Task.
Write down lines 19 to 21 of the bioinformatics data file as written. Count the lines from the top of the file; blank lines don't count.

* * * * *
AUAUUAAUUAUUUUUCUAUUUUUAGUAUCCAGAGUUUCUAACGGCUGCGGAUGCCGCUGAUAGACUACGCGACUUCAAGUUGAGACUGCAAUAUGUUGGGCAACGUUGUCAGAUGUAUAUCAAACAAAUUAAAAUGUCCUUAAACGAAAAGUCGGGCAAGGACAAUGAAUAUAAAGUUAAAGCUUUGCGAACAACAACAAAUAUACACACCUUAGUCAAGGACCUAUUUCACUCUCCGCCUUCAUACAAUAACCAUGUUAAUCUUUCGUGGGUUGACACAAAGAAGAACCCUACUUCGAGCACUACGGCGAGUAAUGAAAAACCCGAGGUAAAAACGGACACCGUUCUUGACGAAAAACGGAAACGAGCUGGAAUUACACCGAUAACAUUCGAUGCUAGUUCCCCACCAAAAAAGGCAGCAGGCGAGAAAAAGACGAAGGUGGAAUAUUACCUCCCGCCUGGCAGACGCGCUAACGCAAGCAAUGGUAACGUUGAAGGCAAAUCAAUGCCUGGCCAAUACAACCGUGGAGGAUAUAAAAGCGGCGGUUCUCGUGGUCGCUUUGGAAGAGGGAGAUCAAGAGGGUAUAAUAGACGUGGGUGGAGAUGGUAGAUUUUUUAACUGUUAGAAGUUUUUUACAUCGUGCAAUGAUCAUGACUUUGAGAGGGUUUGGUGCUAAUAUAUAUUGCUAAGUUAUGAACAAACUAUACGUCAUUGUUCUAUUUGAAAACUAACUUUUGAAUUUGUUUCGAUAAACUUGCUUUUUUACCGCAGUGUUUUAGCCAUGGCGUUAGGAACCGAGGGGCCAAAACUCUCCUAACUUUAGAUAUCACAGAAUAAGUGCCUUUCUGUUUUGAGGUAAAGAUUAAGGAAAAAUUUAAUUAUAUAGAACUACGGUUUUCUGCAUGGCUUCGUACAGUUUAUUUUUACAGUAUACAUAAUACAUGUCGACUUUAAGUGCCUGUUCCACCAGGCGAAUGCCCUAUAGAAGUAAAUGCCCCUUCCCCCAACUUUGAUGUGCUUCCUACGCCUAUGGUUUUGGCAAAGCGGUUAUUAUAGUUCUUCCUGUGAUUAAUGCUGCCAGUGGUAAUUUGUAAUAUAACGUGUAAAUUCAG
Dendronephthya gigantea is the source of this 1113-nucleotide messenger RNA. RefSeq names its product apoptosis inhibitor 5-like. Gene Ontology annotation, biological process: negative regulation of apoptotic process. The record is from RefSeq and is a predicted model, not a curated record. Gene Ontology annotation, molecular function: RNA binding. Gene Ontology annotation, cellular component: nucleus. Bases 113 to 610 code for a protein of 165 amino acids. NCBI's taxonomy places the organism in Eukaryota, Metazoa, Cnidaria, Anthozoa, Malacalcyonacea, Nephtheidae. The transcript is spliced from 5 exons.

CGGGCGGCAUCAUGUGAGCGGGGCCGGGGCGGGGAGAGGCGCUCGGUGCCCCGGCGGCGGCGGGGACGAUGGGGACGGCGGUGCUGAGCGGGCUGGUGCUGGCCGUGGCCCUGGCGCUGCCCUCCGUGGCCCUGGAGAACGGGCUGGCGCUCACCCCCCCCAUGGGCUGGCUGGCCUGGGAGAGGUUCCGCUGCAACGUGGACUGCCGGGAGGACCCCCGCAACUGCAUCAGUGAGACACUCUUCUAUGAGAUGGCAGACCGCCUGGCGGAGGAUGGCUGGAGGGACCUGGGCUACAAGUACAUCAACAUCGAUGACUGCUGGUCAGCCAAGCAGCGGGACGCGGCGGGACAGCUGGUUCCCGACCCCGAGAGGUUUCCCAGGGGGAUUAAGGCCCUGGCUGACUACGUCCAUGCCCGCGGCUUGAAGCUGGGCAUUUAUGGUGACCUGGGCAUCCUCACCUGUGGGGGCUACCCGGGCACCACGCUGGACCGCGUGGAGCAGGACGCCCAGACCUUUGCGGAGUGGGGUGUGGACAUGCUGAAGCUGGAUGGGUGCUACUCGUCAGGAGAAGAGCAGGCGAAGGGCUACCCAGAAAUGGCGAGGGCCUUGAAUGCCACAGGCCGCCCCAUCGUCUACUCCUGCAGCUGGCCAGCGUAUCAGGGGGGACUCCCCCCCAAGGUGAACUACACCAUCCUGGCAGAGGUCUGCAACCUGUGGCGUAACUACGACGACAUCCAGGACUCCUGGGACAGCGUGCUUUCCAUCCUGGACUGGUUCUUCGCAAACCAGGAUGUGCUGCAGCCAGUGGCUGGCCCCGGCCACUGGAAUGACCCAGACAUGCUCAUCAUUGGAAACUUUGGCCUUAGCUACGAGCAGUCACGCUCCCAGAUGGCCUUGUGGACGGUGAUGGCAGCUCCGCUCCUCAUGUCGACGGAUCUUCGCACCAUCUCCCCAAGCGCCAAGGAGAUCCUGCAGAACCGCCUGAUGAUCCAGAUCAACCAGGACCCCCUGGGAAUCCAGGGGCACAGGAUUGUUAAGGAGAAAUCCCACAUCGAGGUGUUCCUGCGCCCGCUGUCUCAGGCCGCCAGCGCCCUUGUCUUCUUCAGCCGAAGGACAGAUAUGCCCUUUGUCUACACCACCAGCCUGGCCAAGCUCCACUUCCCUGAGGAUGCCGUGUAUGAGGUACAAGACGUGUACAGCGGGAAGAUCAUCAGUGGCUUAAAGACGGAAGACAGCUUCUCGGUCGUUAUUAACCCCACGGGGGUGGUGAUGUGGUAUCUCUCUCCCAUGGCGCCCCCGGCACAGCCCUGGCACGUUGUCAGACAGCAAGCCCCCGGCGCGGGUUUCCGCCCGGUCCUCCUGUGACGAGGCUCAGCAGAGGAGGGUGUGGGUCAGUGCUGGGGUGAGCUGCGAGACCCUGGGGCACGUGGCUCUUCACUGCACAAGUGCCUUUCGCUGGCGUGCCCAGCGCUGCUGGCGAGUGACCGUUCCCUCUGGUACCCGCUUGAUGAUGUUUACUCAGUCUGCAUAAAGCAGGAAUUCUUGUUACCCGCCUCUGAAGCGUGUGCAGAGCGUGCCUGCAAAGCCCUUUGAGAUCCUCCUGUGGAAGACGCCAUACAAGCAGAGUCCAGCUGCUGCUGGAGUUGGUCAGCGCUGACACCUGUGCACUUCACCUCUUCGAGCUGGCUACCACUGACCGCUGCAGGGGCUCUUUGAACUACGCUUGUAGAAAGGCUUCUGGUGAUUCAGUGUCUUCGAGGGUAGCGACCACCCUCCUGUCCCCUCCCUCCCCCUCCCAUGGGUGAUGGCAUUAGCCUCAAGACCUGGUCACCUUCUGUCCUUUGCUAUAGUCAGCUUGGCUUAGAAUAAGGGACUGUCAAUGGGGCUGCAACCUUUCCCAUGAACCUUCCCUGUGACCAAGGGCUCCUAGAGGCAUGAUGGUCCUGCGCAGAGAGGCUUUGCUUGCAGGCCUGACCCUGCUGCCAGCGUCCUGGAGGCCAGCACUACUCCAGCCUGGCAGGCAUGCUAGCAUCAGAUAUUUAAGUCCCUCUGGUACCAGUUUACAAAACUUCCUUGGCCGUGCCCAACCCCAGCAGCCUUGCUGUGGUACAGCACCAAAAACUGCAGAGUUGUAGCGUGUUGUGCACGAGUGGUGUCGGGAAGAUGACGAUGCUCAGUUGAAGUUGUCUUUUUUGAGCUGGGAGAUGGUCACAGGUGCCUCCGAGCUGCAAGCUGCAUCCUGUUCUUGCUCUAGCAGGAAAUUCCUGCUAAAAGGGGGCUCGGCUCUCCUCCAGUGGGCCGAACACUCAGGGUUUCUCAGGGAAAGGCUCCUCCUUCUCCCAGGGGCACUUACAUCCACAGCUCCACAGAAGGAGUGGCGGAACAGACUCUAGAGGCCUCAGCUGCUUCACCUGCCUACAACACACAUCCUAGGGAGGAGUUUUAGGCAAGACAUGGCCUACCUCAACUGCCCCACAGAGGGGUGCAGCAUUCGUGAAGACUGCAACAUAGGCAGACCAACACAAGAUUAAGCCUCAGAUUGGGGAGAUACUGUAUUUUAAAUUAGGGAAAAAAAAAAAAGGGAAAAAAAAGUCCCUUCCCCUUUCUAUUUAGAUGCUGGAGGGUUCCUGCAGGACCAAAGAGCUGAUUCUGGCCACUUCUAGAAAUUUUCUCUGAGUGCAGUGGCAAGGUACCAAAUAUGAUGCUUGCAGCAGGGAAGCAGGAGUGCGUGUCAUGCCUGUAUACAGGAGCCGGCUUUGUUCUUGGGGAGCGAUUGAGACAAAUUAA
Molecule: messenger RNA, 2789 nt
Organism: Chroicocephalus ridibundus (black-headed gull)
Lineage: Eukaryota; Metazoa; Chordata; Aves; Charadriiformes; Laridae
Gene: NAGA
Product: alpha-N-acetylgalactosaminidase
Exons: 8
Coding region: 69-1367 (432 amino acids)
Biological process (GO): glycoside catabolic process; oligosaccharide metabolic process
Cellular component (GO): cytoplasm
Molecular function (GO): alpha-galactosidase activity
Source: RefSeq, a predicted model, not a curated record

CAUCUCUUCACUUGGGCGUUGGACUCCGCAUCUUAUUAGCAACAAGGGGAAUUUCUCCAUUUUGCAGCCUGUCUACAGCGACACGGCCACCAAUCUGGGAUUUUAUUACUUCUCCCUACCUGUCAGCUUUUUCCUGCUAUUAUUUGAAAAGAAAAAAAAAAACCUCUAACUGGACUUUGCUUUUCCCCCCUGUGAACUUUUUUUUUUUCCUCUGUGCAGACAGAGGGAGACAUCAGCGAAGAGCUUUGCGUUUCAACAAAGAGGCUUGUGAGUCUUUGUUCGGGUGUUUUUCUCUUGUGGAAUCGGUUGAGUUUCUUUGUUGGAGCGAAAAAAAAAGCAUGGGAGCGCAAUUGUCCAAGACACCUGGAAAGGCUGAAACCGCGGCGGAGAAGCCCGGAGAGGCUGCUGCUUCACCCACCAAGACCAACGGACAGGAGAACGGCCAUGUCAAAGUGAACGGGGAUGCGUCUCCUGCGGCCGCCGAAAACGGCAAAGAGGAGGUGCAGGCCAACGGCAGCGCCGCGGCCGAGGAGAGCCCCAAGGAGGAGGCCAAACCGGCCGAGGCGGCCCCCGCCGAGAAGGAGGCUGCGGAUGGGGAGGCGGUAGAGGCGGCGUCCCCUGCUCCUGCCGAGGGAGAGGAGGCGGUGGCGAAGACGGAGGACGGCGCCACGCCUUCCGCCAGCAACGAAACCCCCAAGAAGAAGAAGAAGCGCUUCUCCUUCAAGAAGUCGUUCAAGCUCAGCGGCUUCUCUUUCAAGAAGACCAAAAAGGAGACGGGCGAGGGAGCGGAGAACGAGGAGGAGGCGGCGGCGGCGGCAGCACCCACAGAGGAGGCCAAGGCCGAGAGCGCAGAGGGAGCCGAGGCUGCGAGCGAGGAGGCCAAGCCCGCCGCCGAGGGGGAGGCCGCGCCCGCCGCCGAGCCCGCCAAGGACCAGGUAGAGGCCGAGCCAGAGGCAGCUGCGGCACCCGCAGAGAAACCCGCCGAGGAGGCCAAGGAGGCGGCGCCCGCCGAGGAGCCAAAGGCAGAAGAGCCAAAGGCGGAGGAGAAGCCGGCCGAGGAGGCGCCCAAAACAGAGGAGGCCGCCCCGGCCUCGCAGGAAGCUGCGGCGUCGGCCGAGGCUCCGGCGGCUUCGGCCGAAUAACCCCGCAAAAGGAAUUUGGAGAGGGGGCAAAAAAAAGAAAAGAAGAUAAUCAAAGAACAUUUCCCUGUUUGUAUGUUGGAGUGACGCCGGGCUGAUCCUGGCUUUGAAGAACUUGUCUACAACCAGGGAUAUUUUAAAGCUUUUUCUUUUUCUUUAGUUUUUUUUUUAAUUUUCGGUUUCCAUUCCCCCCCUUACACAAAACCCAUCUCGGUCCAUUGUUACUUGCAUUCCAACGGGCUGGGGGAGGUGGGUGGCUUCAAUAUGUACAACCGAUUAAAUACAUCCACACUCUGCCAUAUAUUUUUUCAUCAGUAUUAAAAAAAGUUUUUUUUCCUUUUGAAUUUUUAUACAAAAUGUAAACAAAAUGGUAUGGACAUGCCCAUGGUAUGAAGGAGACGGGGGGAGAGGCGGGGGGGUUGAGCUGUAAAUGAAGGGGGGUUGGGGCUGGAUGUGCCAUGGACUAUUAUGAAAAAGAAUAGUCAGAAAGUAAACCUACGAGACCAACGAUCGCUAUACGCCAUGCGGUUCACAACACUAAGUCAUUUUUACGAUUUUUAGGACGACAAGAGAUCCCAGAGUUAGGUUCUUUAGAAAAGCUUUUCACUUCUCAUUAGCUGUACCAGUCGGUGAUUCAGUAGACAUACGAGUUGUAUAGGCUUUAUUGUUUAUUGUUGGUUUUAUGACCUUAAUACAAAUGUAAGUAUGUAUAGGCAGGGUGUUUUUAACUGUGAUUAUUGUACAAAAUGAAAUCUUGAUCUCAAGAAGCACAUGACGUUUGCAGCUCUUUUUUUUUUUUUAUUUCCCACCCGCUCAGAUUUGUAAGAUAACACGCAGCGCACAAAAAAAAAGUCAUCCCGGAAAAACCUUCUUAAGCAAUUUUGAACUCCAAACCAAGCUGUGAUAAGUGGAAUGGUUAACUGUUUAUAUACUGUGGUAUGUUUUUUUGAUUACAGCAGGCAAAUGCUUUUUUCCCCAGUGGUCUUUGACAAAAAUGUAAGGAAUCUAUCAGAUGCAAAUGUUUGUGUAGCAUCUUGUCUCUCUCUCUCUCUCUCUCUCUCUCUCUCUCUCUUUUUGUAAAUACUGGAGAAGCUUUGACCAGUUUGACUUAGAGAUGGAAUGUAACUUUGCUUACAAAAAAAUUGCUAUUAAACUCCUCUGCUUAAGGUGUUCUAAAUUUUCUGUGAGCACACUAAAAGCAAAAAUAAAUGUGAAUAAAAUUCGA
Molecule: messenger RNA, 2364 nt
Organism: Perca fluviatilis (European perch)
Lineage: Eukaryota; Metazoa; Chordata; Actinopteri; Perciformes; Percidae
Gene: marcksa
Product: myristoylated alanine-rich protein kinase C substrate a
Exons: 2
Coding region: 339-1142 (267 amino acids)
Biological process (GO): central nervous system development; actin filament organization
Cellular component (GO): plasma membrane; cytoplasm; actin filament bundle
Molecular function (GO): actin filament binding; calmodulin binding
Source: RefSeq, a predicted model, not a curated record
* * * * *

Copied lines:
Gene: marcksa
Product: myristoylated alanine-rich protein kinase C substrate a
Exons: 2